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A Most Joyous Noise… St. John’s Lutheran Church, New Minden Dedicates New Organ

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With thanksgiving to God, St. John’s Lutheran Church of New Minden dedicated its new pipe organ on Ascension Day, Thursday, May 5, 2016.

The service was preceded by a short dedicatory recital.

The Rev. Dr. Arthur Eichhorn served as guest organist, and the Rev. Dr. Jon D. Vieker preached. Area Lutheran pastors also assisted St. John’s Pastor Tim Mueller in leading the service, as the service was also the joint Ascension service for the congregations of Circuits #7 and #8 of the Southern Illinois District of the Lutheran Church—Missouri Synod (LCMS).

“The completion of the organ is the final piece in putting the church back in order after the tornado,” writes Pastor Mueller. “But much more important than the dedication of a musical instrument is the praise due our Savior on the day marking the completion of His saving work and His triumphal ascension into heaven. He has truly given us much about which to sing for time and for all eternity”

The new 19-rank tracker-action organ was built by Orgelbaumeister (master organ builder) Martin Ott of St. Louis, Mo.

Because of his passion for building organs, Martin, who calls himself “semi-retired,” was willing to build a considerably larger organ for the “replacement” cost of the previous twelve-rank organ, which was destroyed under three or four tons of rock in the 2013 tornado. (That 1907 Kilgen organ was itself a replacement organ for the 1863 ten-rank Wolfram organ repaired after the 1896 “cyclone” and destroyed in the tornado of 1907.)

The new Ott organ utilizes several ranks (sets) of pipes from the 1907 Kilgen, some of the pipes literally rescued from the dumpster after the 2013 tornado. Donations to St. John’s from near and far were used to “upgrade” the acoustics of the church balcony according to drawings by an acoustical engineer that Ott himself hired, Scott R. Riedel of Milwaukee, Wisc.

“The added value is just one thing that drew us to Mr. Ott’s proposal,” comments Pastor Mueller. “We liked the authenticity and reliability of a tracker-action pipe organ. Our house of worship is built out of natural stone, quarried locally.  It was here before any of us were ever born.  We are pleased that our church will once again be filled with the same kind of sounds that have been heard in churches since the time of J.S. Bach and for centuries before. Mr. Ott set about to build an instrument that will last, not just 30 or 40 years, but for generations to come. Like the old organ, only the blower and lights will use electricity. Everything else will be powered manually.  These mechanical-action organs have been known to last for centuries, and yet the newer ones such as Martin builds have a light key action.”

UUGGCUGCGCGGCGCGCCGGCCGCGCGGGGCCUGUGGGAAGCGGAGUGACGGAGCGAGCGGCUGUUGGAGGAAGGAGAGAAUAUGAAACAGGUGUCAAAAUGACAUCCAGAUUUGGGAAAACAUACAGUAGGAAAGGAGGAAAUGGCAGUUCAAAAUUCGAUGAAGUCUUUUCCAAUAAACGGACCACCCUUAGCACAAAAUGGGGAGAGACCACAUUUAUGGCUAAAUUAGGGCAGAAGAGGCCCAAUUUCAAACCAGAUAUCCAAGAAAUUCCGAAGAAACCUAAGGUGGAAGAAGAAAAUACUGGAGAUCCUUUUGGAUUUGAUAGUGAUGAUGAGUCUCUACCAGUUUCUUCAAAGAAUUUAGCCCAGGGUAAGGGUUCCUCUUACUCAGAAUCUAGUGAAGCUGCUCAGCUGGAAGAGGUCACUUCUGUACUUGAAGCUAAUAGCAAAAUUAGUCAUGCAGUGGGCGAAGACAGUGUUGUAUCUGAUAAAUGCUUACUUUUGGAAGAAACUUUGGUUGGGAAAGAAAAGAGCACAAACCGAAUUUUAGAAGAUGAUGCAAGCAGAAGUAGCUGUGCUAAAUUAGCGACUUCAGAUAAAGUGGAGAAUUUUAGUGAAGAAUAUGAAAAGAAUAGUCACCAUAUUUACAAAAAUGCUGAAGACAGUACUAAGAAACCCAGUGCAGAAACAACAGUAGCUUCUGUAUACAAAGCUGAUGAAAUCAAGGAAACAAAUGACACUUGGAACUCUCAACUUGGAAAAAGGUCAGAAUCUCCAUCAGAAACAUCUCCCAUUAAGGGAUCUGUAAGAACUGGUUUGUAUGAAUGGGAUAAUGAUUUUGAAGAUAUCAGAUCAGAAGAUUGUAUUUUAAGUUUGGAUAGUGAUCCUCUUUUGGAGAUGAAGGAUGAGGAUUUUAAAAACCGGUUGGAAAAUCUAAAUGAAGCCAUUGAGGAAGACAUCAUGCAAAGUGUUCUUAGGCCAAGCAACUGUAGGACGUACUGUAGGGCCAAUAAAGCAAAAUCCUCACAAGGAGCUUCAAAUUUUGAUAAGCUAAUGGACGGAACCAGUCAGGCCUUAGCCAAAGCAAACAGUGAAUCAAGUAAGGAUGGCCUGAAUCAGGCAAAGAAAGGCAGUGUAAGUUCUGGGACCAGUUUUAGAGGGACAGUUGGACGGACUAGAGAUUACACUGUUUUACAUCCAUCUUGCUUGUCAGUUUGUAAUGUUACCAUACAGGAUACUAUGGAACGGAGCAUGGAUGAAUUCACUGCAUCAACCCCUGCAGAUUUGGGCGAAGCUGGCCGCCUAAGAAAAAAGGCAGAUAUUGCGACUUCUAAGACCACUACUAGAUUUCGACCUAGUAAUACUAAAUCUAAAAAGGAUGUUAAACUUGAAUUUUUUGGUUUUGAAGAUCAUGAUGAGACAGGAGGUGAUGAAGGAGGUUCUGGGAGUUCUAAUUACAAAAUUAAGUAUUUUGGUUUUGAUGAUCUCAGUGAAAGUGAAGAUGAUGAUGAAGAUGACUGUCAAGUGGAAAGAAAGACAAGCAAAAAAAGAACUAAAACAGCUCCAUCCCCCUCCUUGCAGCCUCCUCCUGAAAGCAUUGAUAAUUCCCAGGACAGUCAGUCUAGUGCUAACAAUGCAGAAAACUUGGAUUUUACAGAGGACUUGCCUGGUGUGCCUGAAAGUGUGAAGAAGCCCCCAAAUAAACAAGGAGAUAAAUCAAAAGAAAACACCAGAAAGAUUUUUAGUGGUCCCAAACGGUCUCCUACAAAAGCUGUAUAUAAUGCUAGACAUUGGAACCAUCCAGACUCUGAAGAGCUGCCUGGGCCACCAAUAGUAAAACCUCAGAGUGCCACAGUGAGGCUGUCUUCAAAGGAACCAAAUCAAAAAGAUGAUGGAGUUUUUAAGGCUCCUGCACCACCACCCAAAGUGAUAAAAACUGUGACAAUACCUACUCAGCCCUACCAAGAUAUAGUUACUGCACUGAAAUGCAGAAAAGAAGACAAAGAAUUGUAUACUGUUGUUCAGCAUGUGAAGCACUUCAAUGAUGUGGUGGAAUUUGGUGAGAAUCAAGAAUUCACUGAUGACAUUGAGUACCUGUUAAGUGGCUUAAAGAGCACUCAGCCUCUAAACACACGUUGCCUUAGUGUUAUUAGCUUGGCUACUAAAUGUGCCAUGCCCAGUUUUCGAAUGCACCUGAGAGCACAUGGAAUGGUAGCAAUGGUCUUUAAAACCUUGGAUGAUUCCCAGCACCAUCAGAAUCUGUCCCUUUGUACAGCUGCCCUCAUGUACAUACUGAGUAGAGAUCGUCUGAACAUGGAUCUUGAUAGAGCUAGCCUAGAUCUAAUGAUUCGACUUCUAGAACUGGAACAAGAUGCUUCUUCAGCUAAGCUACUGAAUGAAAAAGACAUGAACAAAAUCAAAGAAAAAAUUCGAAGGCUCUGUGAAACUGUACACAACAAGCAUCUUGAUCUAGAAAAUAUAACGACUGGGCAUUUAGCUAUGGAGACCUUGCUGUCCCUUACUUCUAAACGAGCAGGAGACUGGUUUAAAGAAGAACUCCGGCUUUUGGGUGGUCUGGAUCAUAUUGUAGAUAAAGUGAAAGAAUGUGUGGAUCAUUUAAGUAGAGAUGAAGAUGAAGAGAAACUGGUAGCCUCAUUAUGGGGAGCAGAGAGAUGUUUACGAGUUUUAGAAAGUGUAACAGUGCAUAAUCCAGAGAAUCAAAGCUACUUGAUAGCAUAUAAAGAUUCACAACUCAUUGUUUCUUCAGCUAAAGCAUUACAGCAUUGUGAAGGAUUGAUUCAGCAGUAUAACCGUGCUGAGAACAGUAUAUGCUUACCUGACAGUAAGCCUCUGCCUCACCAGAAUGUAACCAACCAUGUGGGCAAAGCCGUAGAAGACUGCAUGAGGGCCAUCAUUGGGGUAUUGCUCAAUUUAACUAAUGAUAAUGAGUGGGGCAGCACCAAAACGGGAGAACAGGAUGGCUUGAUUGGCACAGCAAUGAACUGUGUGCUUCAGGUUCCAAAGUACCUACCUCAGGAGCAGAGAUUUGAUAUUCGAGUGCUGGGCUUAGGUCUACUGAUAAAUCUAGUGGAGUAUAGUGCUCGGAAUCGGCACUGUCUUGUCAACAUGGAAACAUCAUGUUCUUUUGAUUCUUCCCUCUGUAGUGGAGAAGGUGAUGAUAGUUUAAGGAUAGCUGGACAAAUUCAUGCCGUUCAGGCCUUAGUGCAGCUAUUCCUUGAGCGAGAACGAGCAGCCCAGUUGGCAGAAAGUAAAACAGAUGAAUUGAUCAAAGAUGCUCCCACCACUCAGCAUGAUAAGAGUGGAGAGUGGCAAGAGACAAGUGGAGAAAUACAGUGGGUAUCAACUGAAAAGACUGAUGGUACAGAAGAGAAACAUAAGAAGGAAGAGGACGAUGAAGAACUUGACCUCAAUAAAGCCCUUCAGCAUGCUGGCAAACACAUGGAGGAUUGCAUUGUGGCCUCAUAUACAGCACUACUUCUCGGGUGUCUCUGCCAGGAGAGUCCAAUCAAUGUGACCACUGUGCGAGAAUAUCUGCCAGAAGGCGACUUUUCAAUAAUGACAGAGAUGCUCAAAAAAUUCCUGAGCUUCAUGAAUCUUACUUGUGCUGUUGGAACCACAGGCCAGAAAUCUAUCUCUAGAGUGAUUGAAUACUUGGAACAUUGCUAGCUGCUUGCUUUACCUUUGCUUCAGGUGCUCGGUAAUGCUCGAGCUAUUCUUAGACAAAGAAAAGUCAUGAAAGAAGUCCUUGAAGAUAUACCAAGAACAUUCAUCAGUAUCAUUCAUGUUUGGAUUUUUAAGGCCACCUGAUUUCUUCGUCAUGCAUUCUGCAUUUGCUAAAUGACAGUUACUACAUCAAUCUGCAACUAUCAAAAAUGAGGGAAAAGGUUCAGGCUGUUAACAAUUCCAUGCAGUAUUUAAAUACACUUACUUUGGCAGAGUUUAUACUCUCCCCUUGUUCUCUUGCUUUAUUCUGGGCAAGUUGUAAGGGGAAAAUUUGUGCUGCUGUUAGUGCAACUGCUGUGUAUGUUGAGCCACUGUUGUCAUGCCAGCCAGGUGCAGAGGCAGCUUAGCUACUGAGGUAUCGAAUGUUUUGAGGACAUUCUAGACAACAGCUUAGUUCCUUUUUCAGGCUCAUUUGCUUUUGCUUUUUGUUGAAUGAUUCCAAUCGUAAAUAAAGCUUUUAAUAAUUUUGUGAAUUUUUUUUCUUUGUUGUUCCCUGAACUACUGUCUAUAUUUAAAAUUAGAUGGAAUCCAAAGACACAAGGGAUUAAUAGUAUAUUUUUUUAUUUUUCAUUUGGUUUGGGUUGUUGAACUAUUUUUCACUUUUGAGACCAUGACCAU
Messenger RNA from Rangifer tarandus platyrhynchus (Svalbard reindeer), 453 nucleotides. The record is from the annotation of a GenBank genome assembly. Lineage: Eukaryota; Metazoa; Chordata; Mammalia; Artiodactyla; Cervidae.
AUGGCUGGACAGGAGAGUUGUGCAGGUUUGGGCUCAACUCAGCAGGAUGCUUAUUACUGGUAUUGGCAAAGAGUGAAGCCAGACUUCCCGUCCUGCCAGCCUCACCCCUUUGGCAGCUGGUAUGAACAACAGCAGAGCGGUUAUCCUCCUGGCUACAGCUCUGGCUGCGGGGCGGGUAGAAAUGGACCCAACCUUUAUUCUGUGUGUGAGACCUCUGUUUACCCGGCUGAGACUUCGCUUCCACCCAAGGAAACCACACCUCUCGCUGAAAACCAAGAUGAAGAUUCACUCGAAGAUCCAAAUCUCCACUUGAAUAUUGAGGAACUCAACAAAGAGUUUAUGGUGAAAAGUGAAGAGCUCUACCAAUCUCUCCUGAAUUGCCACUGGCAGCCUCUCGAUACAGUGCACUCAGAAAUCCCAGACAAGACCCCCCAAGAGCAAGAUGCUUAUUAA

Old world craftsmanship is evident in the New Minden organ, which has 964 pipes, and, according to Martin’s estimate, as many as 100,000 pieces. Martin learned organ building in Germany from his father and uncle and grew up in a town not too far away from (old) Minden, near the villages where the settlers were born who came to this country and settled New Minden more than 150 years ago.  Ott came to the United States and set up his shop in the early 1970’s. 

Most important of all, Ott was chosen because he is known to build organs that do well in supporting congregational singing.  “We know of vibrant and growing congregations that have turned to Martin to build pipe organs for their new churches.  His organs are known to be well-voiced to suit the space for which they are designed.  By this purchase St. John’s tells the world that we have something about which to sing:  the gift of the forgiveness of sins and eternal salvation that Jesus Christ has won for us by His life, death, and resurrection. It is a gift that we especially celebrate on Ascension Day, 40 days after Easter, sometimes called the ‘coronation’ of Christ.” 

Mr. Ott puts it this way: “For over more than five decades, my company has developed a style of tonal eclecticism. The organ for St. John’s Lutheran Church is an excellent example of the Ott style. The instrument is flexible, supporting congregational singing, choral anthems, and solo organ literature for preludes and postludes; it complements the strong musical tradition of the Lutheran Church.”

St. John’s Organ Committee members are Larry Sachtleben, Dean Sprehe, and three organists from St. John’s:  Grace Schuette, Robin Rhine, and Becky Brinkmann.  The Rev. Dr. Arthur Eichhorn, Pastor of St. Salvator Lutheran Church, Venedy, and Pastor/Organist at St. Peter’s Lutheran Church, New Memphis, served as a consultant to the committee. “Pastor Eichhorn has been here for us since the tornado,” says Pastor Mueller. “It is fitting that he played for the dedication.”

The new organ at St. John’s Lutheran Church, New Minden, was dedicated at a service on May 5.